Moving on to more of the nitty gritty details (Part 1):
kick ass index page
This is your first impression to a lot of your customers. What is it demonstrating? Is it clean, does it convey all of the messages you want people to know about your products? Does it make navigation simple? Is there a crapload of scrolling? That seems to be one of the biggest problems I find for self-made websites. When a vaguely-interested customer has to scroll, invariably they’re scrolling past what you’re looking for them to know. Todays society is particularly ADHD so get rid of the fluff and keep it short and sweet.
social media output
Your job as an online business is to make it painfully easy for people to be narcissists. (In my opinion, anyhow!) Most social media is about sharing what YOU love, what YOU’RE looking at, what YOU bought. Make it easy for folks to spread the love by offering facebook/pinterest/twitter sharing options for ALL aspects of your site, not just the product pages. Some people may really really like your bio…a lot of people like to associate the owner with the company (I mean to say: they’re one in the same in some peoples’ eyes). Own it and let the social media options shine through.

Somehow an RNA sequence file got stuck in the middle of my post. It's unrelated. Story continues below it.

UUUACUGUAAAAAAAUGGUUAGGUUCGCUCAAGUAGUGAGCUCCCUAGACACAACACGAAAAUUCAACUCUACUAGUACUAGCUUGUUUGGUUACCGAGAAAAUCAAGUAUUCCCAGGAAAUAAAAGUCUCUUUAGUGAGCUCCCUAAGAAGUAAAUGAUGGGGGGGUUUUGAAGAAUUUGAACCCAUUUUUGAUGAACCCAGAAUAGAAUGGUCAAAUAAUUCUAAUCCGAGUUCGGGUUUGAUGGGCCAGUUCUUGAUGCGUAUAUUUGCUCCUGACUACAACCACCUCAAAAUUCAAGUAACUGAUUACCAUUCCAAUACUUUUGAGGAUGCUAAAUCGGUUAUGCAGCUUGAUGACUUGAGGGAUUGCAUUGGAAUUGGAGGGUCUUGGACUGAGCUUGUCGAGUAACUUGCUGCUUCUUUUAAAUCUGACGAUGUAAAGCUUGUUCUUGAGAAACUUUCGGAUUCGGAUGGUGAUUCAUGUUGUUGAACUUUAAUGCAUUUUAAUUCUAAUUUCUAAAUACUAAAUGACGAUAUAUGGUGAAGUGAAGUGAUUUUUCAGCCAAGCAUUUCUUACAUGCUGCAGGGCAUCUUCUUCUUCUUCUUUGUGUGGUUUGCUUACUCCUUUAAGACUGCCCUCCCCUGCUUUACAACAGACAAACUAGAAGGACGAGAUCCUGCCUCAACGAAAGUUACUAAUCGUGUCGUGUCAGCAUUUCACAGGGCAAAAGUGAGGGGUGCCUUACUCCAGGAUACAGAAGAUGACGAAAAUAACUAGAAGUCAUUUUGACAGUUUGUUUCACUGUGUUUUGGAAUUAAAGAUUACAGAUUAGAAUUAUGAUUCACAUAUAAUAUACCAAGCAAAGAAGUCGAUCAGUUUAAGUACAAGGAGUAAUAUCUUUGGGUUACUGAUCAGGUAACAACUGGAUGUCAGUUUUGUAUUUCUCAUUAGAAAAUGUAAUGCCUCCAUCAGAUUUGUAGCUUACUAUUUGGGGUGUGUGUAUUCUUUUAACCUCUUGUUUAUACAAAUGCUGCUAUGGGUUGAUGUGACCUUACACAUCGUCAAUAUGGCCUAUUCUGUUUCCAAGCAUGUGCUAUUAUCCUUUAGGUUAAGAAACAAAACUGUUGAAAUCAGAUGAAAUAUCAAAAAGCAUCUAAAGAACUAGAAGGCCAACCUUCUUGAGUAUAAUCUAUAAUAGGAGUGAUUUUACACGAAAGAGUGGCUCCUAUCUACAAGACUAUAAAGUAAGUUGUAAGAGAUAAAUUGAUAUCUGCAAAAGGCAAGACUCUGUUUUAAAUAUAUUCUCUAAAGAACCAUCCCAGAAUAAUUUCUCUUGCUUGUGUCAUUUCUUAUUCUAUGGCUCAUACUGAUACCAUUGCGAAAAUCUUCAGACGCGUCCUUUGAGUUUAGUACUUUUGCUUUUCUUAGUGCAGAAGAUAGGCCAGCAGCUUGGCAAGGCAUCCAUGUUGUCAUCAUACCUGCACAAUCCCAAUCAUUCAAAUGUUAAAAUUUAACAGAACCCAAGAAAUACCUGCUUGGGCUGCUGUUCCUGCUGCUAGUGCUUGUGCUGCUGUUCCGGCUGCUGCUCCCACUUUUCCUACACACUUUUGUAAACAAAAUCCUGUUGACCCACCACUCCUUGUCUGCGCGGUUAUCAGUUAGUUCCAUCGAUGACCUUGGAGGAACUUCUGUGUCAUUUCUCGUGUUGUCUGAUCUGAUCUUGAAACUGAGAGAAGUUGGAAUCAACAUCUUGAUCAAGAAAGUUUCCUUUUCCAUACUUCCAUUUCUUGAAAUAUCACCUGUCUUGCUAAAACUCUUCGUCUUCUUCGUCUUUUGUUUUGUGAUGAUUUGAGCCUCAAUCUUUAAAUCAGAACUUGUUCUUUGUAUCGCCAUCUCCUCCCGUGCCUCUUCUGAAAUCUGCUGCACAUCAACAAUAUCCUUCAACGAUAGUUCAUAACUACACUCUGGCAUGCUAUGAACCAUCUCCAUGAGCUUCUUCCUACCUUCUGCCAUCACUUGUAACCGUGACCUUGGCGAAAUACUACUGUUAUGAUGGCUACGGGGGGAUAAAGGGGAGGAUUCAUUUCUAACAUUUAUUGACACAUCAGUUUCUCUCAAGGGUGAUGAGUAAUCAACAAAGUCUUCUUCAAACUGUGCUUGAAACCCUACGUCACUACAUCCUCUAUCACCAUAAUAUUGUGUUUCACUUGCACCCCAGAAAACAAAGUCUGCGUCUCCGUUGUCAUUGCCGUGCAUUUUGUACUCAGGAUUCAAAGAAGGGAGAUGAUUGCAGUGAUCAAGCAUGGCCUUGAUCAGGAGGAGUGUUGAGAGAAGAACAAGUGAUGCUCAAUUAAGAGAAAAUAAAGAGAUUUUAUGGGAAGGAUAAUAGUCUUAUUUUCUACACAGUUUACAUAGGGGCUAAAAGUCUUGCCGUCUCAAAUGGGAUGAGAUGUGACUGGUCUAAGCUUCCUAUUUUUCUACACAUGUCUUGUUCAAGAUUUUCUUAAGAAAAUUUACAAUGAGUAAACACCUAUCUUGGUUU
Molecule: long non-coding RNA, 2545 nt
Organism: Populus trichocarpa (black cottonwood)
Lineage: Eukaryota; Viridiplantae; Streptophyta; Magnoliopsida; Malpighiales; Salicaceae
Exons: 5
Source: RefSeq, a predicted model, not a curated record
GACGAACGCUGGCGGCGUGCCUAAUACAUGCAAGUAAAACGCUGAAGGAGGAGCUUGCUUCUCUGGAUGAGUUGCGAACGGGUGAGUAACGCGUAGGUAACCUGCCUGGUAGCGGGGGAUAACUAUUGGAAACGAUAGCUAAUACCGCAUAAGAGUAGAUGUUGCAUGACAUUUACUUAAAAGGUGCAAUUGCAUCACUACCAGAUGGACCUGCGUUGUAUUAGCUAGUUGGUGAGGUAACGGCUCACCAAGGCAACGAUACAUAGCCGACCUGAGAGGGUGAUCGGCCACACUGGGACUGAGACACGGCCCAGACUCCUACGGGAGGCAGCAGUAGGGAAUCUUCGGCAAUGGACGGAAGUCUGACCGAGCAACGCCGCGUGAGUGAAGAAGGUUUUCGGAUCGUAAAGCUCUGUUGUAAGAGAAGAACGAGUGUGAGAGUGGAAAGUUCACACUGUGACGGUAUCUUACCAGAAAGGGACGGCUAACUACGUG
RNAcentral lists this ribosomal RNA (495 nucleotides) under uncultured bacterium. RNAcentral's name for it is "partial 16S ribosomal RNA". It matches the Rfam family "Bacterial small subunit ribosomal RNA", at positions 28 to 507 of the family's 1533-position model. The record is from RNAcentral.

a robust backend
I know what you’re thinking when you read that and all I can say is “indeed.”
But seriously, if you have a shopping cart system, you should try to get as many bells and whistles for the administration panel as you possibly can. More stats = more information on your customers and their buying habits. You should also be able to offer discounts, coupons, variable shipping options…think of the big guys, what makes their shopping carts so awesome? It’s the care they took to make sure the customer felt like they were given choices. By offering options and variable options through a capable shopping cart system that can do it seamlessly, you can increase customer loyalty even though your website is on autopilot.